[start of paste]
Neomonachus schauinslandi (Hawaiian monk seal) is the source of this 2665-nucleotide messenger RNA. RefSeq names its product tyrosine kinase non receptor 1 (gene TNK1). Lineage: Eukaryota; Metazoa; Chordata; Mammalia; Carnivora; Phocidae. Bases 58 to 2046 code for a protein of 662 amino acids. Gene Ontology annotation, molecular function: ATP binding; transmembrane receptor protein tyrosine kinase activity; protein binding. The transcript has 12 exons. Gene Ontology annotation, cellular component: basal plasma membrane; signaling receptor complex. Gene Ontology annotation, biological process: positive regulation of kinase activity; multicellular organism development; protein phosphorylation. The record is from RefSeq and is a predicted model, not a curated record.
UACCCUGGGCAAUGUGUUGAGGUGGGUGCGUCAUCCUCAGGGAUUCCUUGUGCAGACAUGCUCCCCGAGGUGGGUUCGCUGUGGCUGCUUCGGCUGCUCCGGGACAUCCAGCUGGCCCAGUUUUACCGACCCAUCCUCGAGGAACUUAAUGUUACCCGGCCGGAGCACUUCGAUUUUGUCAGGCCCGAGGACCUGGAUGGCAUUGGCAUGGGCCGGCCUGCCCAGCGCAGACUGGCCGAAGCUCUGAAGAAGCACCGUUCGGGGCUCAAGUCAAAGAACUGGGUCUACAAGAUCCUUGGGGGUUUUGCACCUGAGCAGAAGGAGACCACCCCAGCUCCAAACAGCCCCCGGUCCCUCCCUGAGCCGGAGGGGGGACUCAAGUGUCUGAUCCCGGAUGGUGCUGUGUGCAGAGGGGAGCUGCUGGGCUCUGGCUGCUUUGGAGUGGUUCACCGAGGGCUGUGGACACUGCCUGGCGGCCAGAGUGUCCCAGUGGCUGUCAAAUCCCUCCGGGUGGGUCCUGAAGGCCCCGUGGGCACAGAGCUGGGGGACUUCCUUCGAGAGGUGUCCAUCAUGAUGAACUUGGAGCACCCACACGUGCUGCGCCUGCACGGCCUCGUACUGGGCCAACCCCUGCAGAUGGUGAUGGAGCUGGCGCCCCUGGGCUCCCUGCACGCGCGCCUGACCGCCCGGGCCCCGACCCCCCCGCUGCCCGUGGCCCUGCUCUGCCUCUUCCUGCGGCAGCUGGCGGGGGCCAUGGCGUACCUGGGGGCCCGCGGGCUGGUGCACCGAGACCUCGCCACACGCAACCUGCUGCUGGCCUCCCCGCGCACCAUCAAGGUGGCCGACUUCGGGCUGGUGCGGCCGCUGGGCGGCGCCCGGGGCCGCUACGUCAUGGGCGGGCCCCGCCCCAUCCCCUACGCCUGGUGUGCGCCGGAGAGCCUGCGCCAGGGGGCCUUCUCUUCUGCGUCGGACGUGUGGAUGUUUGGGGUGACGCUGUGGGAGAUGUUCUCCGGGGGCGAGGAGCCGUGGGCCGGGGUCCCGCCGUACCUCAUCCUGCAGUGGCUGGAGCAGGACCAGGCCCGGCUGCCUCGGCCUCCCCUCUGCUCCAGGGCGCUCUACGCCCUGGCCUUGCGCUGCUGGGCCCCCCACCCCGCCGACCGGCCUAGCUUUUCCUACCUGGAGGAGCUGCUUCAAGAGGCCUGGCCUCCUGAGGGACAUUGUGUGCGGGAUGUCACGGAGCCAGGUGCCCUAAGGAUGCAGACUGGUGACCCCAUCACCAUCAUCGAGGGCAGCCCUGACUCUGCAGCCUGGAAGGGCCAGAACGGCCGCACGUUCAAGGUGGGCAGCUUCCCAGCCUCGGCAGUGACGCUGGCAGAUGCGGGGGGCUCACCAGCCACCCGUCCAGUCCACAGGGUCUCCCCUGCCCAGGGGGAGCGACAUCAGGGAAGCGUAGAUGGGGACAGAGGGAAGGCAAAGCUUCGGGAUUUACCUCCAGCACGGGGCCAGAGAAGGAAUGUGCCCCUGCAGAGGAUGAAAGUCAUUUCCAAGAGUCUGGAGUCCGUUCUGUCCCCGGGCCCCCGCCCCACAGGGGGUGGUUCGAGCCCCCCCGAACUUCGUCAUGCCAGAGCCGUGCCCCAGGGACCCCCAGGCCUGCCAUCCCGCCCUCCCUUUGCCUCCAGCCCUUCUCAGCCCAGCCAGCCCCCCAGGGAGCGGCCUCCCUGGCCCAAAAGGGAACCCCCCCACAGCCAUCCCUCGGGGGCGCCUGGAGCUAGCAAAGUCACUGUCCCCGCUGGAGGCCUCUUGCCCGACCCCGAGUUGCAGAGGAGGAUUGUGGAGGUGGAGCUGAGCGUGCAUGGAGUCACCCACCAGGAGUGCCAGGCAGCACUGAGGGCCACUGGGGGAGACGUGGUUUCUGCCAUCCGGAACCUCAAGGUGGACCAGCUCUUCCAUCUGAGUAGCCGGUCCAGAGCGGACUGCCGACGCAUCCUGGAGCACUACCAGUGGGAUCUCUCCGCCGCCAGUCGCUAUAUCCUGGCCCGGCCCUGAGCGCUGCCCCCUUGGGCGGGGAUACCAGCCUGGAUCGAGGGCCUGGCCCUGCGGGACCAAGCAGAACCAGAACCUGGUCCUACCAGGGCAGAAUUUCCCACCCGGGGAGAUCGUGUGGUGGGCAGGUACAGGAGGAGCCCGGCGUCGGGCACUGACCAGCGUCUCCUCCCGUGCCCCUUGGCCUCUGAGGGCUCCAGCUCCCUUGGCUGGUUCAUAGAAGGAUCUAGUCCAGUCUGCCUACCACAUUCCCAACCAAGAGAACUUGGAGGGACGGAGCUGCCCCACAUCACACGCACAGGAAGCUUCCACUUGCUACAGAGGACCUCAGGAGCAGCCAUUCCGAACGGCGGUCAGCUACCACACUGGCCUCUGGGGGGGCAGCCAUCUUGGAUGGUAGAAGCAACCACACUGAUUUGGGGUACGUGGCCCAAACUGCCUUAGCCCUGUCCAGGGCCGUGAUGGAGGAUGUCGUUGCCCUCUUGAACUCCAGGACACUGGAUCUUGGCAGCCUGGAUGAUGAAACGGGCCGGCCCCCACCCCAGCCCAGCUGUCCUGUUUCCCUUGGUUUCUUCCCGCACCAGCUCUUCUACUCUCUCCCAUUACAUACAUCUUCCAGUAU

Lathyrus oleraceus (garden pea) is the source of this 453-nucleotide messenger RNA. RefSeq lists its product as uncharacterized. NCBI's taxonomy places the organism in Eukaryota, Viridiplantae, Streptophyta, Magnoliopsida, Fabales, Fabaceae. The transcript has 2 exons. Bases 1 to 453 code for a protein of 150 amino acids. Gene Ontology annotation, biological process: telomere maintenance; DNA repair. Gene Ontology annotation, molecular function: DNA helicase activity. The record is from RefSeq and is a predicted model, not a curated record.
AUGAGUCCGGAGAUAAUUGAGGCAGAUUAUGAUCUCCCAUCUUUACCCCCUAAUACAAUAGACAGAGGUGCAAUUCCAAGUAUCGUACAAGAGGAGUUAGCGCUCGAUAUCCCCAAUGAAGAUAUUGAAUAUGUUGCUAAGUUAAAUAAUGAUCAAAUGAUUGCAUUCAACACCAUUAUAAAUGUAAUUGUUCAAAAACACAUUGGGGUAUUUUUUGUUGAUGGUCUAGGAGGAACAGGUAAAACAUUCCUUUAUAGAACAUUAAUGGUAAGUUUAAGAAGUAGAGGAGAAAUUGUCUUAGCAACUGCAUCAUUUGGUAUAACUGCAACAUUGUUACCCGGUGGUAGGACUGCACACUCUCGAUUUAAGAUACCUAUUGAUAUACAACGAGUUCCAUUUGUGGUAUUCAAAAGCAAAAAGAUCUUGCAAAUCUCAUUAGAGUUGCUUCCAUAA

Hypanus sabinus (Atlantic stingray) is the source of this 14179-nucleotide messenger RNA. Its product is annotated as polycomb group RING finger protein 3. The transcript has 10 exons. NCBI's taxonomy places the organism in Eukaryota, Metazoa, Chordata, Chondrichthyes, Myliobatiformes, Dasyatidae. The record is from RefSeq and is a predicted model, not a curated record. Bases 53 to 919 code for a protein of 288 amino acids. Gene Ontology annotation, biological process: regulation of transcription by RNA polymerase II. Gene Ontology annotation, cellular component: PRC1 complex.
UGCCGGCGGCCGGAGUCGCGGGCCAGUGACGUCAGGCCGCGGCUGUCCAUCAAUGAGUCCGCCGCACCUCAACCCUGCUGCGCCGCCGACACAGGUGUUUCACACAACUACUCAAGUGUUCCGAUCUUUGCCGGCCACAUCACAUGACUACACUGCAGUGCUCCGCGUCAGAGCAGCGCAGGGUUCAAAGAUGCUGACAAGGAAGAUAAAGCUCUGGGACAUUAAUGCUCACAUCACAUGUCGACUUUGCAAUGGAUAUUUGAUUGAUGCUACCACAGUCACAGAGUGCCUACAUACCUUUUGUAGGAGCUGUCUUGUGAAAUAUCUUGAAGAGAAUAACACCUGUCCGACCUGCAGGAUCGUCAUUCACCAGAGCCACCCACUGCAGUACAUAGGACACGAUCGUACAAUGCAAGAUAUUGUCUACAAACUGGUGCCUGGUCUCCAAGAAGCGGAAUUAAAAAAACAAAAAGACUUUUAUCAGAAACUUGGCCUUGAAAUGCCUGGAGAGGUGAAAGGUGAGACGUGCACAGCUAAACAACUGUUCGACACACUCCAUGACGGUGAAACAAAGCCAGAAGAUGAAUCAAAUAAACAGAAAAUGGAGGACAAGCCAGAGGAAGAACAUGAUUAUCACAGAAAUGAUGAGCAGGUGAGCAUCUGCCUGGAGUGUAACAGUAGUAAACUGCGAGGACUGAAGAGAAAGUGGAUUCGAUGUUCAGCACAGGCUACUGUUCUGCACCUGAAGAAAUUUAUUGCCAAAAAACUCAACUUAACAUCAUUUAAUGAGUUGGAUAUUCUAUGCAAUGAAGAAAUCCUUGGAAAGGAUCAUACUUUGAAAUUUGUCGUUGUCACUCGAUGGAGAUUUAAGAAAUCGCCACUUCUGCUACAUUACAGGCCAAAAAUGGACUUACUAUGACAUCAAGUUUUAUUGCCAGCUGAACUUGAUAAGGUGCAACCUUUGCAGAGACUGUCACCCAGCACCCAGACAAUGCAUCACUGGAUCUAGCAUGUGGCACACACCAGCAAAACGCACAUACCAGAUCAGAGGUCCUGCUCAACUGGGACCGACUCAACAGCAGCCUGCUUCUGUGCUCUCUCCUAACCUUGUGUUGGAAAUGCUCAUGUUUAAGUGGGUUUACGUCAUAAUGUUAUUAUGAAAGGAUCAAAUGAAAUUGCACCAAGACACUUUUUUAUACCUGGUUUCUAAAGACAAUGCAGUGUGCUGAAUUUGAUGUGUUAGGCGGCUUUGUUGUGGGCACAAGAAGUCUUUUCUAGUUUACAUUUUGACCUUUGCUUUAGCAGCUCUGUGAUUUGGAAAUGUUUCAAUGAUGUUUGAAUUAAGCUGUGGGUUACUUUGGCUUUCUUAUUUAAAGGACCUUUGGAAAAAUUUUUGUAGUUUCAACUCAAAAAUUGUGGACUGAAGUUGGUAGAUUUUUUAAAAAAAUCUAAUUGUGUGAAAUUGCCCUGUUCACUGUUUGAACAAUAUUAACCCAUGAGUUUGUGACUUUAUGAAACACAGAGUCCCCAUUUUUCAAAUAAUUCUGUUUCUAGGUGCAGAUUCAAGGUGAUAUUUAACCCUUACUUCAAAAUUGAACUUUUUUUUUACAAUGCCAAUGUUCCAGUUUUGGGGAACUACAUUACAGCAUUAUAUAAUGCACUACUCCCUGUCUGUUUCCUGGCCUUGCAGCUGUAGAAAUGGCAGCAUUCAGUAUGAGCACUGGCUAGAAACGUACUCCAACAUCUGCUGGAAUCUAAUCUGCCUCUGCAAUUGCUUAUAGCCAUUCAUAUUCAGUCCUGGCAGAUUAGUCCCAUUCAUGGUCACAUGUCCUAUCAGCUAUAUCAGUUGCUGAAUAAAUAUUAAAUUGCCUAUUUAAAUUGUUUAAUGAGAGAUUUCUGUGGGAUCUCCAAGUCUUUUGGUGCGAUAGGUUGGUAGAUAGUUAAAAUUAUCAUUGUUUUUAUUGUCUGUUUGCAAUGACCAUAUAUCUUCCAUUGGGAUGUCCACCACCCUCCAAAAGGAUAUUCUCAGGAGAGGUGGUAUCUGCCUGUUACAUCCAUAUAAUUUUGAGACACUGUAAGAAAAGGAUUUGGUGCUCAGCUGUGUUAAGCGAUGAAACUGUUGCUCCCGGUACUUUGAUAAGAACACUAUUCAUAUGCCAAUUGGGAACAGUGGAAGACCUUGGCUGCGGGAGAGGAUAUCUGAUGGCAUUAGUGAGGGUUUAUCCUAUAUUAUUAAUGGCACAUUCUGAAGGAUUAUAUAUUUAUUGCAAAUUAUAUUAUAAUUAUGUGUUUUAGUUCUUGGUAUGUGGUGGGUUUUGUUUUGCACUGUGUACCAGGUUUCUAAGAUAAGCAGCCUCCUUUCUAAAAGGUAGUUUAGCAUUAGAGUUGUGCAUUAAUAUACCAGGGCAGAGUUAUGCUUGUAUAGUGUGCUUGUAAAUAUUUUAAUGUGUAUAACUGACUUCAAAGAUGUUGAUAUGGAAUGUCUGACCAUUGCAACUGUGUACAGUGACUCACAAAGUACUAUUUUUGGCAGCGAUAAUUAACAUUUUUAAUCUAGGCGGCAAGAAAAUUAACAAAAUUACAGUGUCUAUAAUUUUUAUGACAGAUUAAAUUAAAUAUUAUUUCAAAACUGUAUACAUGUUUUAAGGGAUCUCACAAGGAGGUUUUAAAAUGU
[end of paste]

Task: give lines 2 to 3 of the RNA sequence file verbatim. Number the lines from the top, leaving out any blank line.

UACCCUGGGCAAUGUGUUGAGGUGGGUGCGUCAUCCUCAGGGAUUCCUUGUGCAGACAUGCUCCCCGAGGUGGGUUCGCUGUGGCUGCUUCGGCUGCUCCGGGACAUCCAGCUGGCCCAGUUUUACCGACCCAUCCUCGAGGAACUUAAUGUUACCCGGCCGGAGCACUUCGAUUUUGUCAGGCCCGAGGACCUGGAUGGCAUUGGCAUGGGCCGGCCUGCCCAGCGCAGACUGGCCGAAGCUCUGAAGAAGCACCGUUCGGGGCUCAAGUCAAAGAACUGGGUCUACAAGAUCCUUGGGGGUUUUGCACCUGAGCAGAAGGAGACCACCCCAGCUCCAAACAGCCCCCGGUCCCUCCCUGAGCCGGAGGGGGGACUCAAGUGUCUGAUCCCGGAUGGUGCUGUGUGCAGAGGGGAGCUGCUGGGCUCUGGCUGCUUUGGAGUGGUUCACCGAGGGCUGUGGACACUGCCUGGCGGCCAGAGUGUCCCAGUGGCUGUCAAAUCCCUCCGGGUGGGUCCUGAAGGCCCCGUGGGCACAGAGCUGGGGGACUUCCUUCGAGAGGUGUCCAUCAUGAUGAACUUGGAGCACCCACACGUGCUGCGCCUGCACGGCCUCGUACUGGGCCAACCCCUGCAGAUGGUGAUGGAGCUGGCGCCCCUGGGCUCCCUGCACGCGCGCCUGACCGCCCGGGCCCCGACCCCCCCGCUGCCCGUGGCCCUGCUCUGCCUCUUCCUGCGGCAGCUGGCGGGGGCCAUGGCGUACCUGGGGGCCCGCGGGCUGGUGCACCGAGACCUCGCCACACGCAACCUGCUGCUGGCCUCCCCGCGCACCAUCAAGGUGGCCGACUUCGGGCUGGUGCGGCCGCUGGGCGGCGCCCGGGGCCGCUACGUCAUGGGCGGGCCCCGCCCCAUCCCCUACGCCUGGUGUGCGCCGGAGAGCCUGCGCCAGGGGGCCUUCUCUUCUGCGUCGGACGUGUGGAUGUUUGGGGUGACGCUGUGGGAGAUGUUCUCCGGGGGCGAGGAGCCGUGGGCCGGGGUCCCGCCGUACCUCAUCCUGCAGUGGCUGGAGCAGGACCAGGCCCGGCUGCCUCGGCCUCCCCUCUGCUCCAGGGCGCUCUACGCCCUGGCCUUGCGCUGCUGGGCCCCCCACCCCGCCGACCGGCCUAGCUUUUCCUACCUGGAGGAGCUGCUUCAAGAGGCCUGGCCUCCUGAGGGACAUUGUGUGCGGGAUGUCACGGAGCCAGGUGCCCUAAGGAUGCAGACUGGUGACCCCAUCACCAUCAUCGAGGGCAGCCCUGACUCUGCAGCCUGGAAGGGCCAGAACGGCCGCACGUUCAAGGUGGGCAGCUUCCCAGCCUCGGCAGUGACGCUGGCAGAUGCGGGGGGCUCACCAGCCACCCGUCCAGUCCACAGGGUCUCCCCUGCCCAGGGGGAGCGACAUCAGGGAAGCGUAGAUGGGGACAGAGGGAAGGCAAAGCUUCGGGAUUUACCUCCAGCACGGGGCCAGAGAAGGAAUGUGCCCCUGCAGAGGAUGAAAGUCAUUUCCAAGAGUCUGGAGUCCGUUCUGUCCCCGGGCCCCCGCCCCACAGGGGGUGGUUCGAGCCCCCCCGAACUUCGUCAUGCCAGAGCCGUGCCCCAGGGACCCCCAGGCCUGCCAUCCCGCCCUCCCUUUGCCUCCAGCCCUUCUCAGCCCAGCCAGCCCCCCAGGGAGCGGCCUCCCUGGCCCAAAAGGGAACCCCCCCACAGCCAUCCCUCGGGGGCGCCUGGAGCUAGCAAAGUCACUGUCCCCGCUGGAGGCCUCUUGCCCGACCCCGAGUUGCAGAGGAGGAUUGUGGAGGUGGAGCUGAGCGUGCAUGGAGUCACCCACCAGGAGUGCCAGGCAGCACUGAGGGCCACUGGGGGAGACGUGGUUUCUGCCAUCCGGAACCUCAAGGUGGACCAGCUCUUCCAUCUGAGUAGCCGGUCCAGAGCGGACUGCCGACGCAUCCUGGAGCACUACCAGUGGGAUCUCUCCGCCGCCAGUCGCUAUAUCCUGGCCCGGCCCUGAGCGCUGCCCCCUUGGGCGGGGAUACCAGCCUGGAUCGAGGGCCUGGCCCUGCGGGACCAAGCAGAACCAGAACCUGGUCCUACCAGGGCAGAAUUUCCCACCCGGGGAGAUCGUGUGGUGGGCAGGUACAGGAGGAGCCCGGCGUCGGGCACUGACCAGCGUCUCCUCCCGUGCCCCUUGGCCUCUGAGGGCUCCAGCUCCCUUGGCUGGUUCAUAGAAGGAUCUAGUCCAGUCUGCCUACCACAUUCCCAACCAAGAGAACUUGGAGGGACGGAGCUGCCCCACAUCACACGCACAGGAAGCUUCCACUUGCUACAGAGGACCUCAGGAGCAGCCAUUCCGAACGGCGGUCAGCUACCACACUGGCCUCUGGGGGGGCAGCCAUCUUGGAUGGUAGAAGCAACCACACUGAUUUGGGGUACGUGGCCCAAACUGCCUUAGCCCUGUCCAGGGCCGUGAUGGAGGAUGUCGUUGCCCUCUUGAACUCCAGGACACUGGAUCUUGGCAGCCUGGAUGAUGAAACGGGCCGGCCCCCACCCCAGCCCAGCUGUCCUGUUUCCCUUGGUUUCUUCCCGCACCAGCUCUUCUACUCUCUCCCAUUACAUACAUCUUCCAGUAU

Lathyrus oleraceus (garden pea) is the source of this 453-nucleotide messenger RNA. RefSeq lists its product as uncharacterized. NCBI's taxonomy places the organism in Eukaryota, Viridiplantae, Streptophyta, Magnoliopsida, Fabales, Fabaceae. The transcript has 2 exons. Bases 1 to 453 code for a protein of 150 amino acids. Gene Ontology annotation, biological process: telomere maintenance; DNA repair. Gene Ontology annotation, molecular function: DNA helicase activity. The record is from RefSeq and is a predicted model, not a curated record.